by Todd Sharp
“Style is based on limitations.”
— John Hartford
I’ve been working on a minimal, non-invasive, and repurposed lifestyle. The clothing I wear, furniture I make, the dwelling I do life in, the activities I pursue; hopefully the time, money, and energy I spend transcend my intentions.
These self-imposed limitations along with career choices, personal interest, and the folks I’ve met define the style I live.
I had a setback last month. My trusty, 9-year-old, 178,000- mile British racing green Mini Cooper unexpectedly started chugging up hills and quickly died.
I needed to find different transportation, and it was going to cost me; I hadn’t had a car payment in 15 years.
Unprepared, I started looking for a low-mileage used car, hoping to repurpose someone else’s decision to trade or sell.
The car had to be economical and environmental friendly, as low-impact on the world as possible.
The Tesla 3 would be a great choice but cost and availability made the urgency of replacing my quickly failing car a priority.
I needed to find something local.
Style is based on limitations of choice.
If funds and travel plans were unlimited, maybe I wouldn’t need a car. Large cities have airports, Uber, town cars, public transportation and bicycle lanes.
All definite style choices.
The limitations of living in a small town reduce these particular choices and make me dependent on a personal vehicle; no public transportation, few Uber drivers (thanks Larry), an hour-and-a-half ride to the airport.
Constraints can provide a framework with which to find creativity. If every choice in the entire world is before you, it’s difficult to focus. Difficult to choose.
It may seem counterintuitive to limit the creative process by establishing boundaries and tightening restrictions, yet focus and simplicity clarify a confounding process like deciding which car to buy.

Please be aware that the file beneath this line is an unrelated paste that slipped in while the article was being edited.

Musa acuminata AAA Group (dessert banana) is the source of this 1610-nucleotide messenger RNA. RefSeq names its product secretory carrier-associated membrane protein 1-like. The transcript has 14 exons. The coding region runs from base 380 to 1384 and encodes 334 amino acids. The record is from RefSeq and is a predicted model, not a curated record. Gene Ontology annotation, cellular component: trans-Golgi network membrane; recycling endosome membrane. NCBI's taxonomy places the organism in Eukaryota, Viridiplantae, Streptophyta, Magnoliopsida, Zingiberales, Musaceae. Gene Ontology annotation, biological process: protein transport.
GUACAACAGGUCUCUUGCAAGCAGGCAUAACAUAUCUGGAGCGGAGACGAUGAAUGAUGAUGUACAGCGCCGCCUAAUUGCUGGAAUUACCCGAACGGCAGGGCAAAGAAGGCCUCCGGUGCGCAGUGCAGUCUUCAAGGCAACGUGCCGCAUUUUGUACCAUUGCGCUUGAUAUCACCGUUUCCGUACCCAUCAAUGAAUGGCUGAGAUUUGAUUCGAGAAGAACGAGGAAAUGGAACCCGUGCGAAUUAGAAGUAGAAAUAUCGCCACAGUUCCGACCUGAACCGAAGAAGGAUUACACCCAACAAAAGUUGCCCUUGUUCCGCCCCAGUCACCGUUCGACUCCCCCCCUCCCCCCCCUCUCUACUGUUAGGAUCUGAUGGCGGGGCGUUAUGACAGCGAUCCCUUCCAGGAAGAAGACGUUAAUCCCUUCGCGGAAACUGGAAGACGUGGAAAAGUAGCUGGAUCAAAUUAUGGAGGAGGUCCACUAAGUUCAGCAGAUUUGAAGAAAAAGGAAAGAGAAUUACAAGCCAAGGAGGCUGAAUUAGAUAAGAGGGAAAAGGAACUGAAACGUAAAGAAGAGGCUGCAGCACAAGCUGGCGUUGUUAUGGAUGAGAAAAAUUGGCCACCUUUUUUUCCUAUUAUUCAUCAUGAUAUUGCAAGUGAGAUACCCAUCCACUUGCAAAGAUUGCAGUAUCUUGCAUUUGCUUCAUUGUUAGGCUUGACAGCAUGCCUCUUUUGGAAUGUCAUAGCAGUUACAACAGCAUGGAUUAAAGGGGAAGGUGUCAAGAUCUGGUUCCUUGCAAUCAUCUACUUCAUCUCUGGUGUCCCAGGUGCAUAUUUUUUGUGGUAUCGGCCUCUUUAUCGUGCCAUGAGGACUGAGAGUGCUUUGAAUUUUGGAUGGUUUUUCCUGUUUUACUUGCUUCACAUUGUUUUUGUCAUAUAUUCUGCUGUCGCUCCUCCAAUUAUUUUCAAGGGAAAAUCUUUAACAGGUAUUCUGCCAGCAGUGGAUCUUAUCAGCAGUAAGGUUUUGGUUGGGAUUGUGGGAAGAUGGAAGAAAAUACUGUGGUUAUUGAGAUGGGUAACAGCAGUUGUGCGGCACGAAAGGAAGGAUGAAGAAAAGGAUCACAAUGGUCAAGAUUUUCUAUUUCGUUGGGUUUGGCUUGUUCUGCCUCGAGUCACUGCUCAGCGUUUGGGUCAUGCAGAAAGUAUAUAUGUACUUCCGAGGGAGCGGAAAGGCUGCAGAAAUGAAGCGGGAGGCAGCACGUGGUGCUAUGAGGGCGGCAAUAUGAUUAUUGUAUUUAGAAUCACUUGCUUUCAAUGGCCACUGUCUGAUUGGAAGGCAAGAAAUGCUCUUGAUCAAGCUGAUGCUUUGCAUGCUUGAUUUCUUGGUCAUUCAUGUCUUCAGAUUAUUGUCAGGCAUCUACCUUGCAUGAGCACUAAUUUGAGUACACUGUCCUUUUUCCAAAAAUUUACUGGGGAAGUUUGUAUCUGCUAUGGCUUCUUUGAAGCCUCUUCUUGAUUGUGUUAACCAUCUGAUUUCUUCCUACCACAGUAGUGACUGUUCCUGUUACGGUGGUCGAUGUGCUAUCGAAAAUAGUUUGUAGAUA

As the initial excitement of the “new” car smell wore off, buyer’s remorse set in.
I was talking about my old car like an old lover or friend. “Oh I used to be able to pull into the parking place nose first, no need to parallel park.” “No trouble. I could always find a tiny little spot.” “It had such zip and peppy energy.”
After you drive something for nine years it’s hard to get over it overnight.
I was surprised how many people expressed common sentiments when told about my new car.
“How am I going to know it’s you? I always recognize your car.”
Maybe I had driven a unique brand of car, but did it somehow define me? Am I losing some of my identity having bought a different car?
It was the style I was losing not my identity.
I’ll leave the jokes to someone else.
Here’s a challenge I found online — tell your story in just three words.
Somehow the limits make it both easier and harder.
Rambunctious life change.
Boring story teller.
Father of Zak.
Rambunctious story pedaler.
Write a handful and see if there is a consistency in three words which best describe your life.
Here are my newest:
Red Chevy Cruze.
Editor’s note: Here are our three words for Todd Sharp: “advertising sales prune.” He sells for the Green Laker, Express and The Ripon Commonwealth Press.